After Hurricane Irma’s recent march through Florida, millions of people lost internet, phone and cell phone service.
Frustrated by an inability to contact loved ones, conduct business and get news, they looked for answers from their cable, cell phone and internet providers.
Well, they didn’t get much. “I wish they would tell us what was going on,” complained one AT&T UVerse customer.
An Orlando-area gas station owner said he had lost about $10,000 in business because without internet, as he could only handle cash transactions.
When he called his provider, Spectrum, he was told that the best way to reach the carrier was via the internet! That’s an outrageous thing to say to someone who’s internet service isn’t working.
Customers were so upset that Sen. Bill Nelson (D-FL) stepped in and wrote a letter to nine telecommunications companies asking them to provide rebates for service fees during outage periods and issue a 60-day moratorium on late fees.
“Now is the time to lend a helping hand to your fellow Americans,” he wrote, “to help them meet their immediate needs without the added stress of excessive financial demands.”
Telecoms Put Cost-Savings Ahead of Customers
I used to work for a large telecoms company and my impression of the industry at the time was that it was inward-looking, focused always on internal politics, cutting costs and earning more profits. Providing customers with a better experience was not on the company’s radar.
You would have thought that this would change over time, but about five years ago, we conducted research where we asked customer experience professionals at about 40 telecom companies worldwide to name a company in their industry whose customer experience they admired. You could have heard a pin drop!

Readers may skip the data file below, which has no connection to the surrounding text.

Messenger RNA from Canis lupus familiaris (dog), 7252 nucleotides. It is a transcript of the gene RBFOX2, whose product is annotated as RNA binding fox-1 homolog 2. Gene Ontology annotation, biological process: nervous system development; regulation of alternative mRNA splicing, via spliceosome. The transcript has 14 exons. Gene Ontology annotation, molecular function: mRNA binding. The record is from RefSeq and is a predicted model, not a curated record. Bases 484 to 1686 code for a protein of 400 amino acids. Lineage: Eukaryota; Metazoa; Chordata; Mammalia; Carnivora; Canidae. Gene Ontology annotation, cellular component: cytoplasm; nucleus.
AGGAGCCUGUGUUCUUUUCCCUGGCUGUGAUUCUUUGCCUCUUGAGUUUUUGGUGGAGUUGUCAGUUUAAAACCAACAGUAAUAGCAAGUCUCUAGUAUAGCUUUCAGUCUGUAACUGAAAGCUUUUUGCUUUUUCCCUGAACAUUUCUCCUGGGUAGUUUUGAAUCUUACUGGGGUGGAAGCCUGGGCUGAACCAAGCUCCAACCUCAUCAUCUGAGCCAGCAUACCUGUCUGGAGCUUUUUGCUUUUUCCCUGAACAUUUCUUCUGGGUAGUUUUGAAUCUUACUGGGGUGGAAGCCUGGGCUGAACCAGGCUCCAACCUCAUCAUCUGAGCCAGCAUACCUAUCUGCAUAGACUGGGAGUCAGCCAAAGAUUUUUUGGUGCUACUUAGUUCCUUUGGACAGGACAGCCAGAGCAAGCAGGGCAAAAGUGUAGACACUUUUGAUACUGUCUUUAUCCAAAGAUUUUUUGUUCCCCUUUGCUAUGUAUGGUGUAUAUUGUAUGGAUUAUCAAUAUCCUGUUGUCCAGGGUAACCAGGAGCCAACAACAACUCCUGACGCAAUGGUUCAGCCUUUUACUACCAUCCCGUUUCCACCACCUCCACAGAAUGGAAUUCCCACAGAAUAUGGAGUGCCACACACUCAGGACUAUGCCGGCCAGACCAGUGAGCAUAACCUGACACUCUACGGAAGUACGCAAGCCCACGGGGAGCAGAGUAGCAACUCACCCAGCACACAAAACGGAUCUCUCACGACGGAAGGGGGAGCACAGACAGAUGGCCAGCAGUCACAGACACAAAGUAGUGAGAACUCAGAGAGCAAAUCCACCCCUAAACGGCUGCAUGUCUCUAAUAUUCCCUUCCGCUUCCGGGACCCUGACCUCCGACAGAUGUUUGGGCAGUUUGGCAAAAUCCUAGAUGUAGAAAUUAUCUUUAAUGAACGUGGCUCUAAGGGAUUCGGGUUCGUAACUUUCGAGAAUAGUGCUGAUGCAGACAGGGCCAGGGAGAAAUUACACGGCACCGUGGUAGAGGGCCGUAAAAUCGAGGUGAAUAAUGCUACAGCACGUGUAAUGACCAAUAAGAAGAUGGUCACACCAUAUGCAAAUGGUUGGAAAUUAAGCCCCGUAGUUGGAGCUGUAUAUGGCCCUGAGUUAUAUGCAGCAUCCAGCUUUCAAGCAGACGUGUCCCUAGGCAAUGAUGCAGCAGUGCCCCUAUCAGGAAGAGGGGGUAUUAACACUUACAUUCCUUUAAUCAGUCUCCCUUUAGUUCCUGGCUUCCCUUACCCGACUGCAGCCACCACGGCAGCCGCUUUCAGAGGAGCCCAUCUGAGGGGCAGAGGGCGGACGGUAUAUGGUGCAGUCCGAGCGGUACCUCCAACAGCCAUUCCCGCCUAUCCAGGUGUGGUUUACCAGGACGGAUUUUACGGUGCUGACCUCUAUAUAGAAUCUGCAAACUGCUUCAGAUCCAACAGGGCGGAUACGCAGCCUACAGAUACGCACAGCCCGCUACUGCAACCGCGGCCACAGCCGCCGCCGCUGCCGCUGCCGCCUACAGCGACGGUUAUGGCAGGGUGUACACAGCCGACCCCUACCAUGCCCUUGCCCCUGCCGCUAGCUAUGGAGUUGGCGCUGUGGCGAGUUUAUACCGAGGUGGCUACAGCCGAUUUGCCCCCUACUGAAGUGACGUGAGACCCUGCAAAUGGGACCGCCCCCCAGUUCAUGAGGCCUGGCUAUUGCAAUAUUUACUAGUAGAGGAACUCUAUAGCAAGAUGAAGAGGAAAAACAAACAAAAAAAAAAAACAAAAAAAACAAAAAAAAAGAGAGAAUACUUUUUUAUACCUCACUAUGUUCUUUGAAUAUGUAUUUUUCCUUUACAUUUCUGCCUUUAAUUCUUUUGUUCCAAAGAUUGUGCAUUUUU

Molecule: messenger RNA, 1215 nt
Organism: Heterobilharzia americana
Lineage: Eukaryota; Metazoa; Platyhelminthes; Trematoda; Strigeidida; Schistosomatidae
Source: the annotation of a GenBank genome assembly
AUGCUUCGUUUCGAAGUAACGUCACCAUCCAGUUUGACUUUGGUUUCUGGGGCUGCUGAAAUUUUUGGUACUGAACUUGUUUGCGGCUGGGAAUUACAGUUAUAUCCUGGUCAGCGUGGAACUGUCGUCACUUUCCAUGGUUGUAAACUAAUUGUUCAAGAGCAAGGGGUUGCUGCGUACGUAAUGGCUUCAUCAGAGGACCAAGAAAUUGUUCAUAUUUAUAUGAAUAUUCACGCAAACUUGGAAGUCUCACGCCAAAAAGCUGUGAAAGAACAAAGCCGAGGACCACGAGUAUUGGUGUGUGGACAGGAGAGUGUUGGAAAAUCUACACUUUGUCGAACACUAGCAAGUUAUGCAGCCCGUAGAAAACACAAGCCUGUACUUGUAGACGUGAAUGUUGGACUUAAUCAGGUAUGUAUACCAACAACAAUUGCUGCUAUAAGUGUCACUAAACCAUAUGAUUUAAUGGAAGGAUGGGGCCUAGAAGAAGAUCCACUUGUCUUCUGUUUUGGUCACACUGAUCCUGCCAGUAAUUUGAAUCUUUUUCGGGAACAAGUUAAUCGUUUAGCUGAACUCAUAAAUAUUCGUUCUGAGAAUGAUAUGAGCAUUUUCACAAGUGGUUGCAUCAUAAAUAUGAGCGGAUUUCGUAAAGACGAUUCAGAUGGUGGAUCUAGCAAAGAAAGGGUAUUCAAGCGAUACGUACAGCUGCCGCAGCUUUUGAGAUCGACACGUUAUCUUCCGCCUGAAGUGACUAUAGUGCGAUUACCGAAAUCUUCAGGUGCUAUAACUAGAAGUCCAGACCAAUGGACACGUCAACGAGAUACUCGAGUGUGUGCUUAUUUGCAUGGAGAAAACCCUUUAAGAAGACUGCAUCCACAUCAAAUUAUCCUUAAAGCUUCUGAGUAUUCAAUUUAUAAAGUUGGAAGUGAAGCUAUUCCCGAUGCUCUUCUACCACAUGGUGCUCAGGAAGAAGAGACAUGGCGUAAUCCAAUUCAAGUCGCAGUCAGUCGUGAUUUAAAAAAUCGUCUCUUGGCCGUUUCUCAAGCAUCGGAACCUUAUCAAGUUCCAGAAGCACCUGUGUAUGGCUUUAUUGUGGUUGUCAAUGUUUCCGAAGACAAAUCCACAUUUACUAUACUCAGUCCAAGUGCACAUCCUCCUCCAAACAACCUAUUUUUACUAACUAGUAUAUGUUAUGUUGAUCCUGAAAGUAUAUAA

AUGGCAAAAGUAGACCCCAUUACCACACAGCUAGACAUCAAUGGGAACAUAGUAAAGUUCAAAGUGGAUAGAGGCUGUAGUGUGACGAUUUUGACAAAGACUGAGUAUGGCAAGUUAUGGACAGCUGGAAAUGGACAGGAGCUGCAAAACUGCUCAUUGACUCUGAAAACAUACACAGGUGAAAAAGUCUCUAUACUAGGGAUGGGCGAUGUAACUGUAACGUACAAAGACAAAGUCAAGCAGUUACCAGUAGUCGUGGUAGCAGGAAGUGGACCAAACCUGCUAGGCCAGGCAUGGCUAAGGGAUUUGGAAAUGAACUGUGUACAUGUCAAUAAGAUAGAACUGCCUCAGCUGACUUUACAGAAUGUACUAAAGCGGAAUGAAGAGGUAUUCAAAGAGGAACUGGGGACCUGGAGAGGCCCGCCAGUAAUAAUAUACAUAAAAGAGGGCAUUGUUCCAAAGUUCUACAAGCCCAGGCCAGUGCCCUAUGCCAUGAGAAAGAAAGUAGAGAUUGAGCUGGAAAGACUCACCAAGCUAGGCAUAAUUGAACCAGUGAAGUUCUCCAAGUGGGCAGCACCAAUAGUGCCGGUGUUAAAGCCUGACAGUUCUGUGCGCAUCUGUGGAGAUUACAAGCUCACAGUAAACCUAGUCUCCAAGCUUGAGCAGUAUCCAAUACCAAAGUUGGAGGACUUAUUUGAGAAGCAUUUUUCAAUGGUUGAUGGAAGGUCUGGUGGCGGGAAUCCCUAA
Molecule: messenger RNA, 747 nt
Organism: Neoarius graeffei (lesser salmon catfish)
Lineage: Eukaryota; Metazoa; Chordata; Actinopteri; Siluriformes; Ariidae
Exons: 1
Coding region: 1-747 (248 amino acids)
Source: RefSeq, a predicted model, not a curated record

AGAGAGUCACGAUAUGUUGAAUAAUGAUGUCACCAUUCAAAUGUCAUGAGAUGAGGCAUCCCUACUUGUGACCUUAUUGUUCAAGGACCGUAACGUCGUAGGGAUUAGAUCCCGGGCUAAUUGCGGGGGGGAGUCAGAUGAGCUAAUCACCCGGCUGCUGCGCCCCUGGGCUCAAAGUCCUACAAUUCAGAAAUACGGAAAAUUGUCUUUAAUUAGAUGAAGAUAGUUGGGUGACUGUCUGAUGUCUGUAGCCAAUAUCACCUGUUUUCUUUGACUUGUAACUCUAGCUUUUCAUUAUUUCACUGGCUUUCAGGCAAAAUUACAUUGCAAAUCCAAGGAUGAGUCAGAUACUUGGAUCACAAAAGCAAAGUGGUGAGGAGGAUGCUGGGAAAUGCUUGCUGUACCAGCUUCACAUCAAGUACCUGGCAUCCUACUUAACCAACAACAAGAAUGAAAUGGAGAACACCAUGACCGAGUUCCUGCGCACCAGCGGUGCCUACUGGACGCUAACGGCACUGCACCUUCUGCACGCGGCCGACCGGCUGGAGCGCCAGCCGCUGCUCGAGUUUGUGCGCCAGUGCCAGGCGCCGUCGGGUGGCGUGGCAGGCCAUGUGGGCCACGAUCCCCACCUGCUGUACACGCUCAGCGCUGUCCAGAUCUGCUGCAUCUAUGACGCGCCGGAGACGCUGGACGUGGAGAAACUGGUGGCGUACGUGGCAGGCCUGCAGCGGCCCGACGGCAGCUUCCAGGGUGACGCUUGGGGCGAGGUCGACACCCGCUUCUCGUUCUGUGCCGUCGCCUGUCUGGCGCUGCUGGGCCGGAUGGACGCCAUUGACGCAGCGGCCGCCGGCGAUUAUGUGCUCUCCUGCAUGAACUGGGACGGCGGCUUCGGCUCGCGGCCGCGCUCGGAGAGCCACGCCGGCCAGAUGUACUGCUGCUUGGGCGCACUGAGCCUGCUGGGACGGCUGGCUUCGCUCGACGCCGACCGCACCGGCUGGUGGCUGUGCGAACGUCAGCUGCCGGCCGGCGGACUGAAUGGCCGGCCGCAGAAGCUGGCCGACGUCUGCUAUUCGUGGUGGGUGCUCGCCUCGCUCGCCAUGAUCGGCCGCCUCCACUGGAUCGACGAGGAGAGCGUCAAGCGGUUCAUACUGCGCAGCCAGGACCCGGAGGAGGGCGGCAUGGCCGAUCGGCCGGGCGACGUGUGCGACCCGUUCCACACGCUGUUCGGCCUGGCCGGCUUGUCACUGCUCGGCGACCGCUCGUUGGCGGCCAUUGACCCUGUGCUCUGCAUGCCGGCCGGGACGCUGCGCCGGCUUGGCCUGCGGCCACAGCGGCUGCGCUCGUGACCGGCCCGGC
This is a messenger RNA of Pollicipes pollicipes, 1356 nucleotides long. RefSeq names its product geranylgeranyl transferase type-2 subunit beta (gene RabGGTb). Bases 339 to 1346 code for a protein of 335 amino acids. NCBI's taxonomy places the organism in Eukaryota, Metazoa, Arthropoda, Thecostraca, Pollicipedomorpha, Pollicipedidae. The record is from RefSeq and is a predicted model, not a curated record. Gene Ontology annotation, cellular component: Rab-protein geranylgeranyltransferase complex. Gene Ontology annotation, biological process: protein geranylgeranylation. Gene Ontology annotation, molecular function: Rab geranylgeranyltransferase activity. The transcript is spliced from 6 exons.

So it shouldn’t come as a big surprise that, faced with an outage crisis, the telecoms paid attention to work crews and getting service restored, but gave little thought to communicating with their customers.
The telecoms didn’t provide outage updates, maps or service restoration schedules. They were vague and opaque about billing – would you be charged for the days you were without service? What if you were impacted by the storm and couldn’t pay your bill on time?
AT&T, for example, sent this text to its wireless customers in Florida: “…we’d like to help out during this difficult time. You won’t be charged for any talk, text and data overages from 9/8-9/17.”
This was helpful, but the explanation on the company website left customers worried they would be charged, if, say, they used extra data during the storm but didn’t have an overage until later in the month. And AT&T’s promise to credit customers in two or three billing cycles made people wonder if they’d have to pay up front for the overages after all.
One local newspaper reported that some telecom companies had agreed to handle rebate requests on a case by case basis, and aptly observed, “That is unreasonable.”
Helping Customers in a Crisis Starts with Communication
It’s obvious to anyone that storm victims are stressed and anxious. They may have lost their homes and their livelihoods. They cannot begin the process of applying for aid and cleaning up the mess without access to a phone or a website.
Businesses lose tens of thousands of dollars when they cannot reopen because they do not have phone and internet service. Telecoms can only do so much to restore service quickly.
However, their own communications and billing practices are fully within their control and this is where they failed so miserably after the storm.
A telecom company that was focused on the customer would communicate with its subscribers, who are looking for answers and a return to normalcy.
It would build goodwill by adjusting its billing practices to alleviate customers’ financial stress, instead of maximizing its own profits by forcing customers to apply for rebates on a case by case basis.
In short, it would be attuned to its customers’ emotional reactions. It is proven that ultimately, this drives value rather than destroying it. Unfortunately, telecoms are still inwardly focused and have a long way to go to become customer-centric.
Let’s hope their dreadful storm response will serve as a lesson to other companies looking to meet the needs of their customers after a natural disaster.
This blog post has been re-published by kind permission of Colin Shaw – View the original post
Call Centre Helper is not responsible for the content of these guest blog posts. The opinions expressed in this article are those of the author, and do not necessarily reflect those of Call Centre Helper.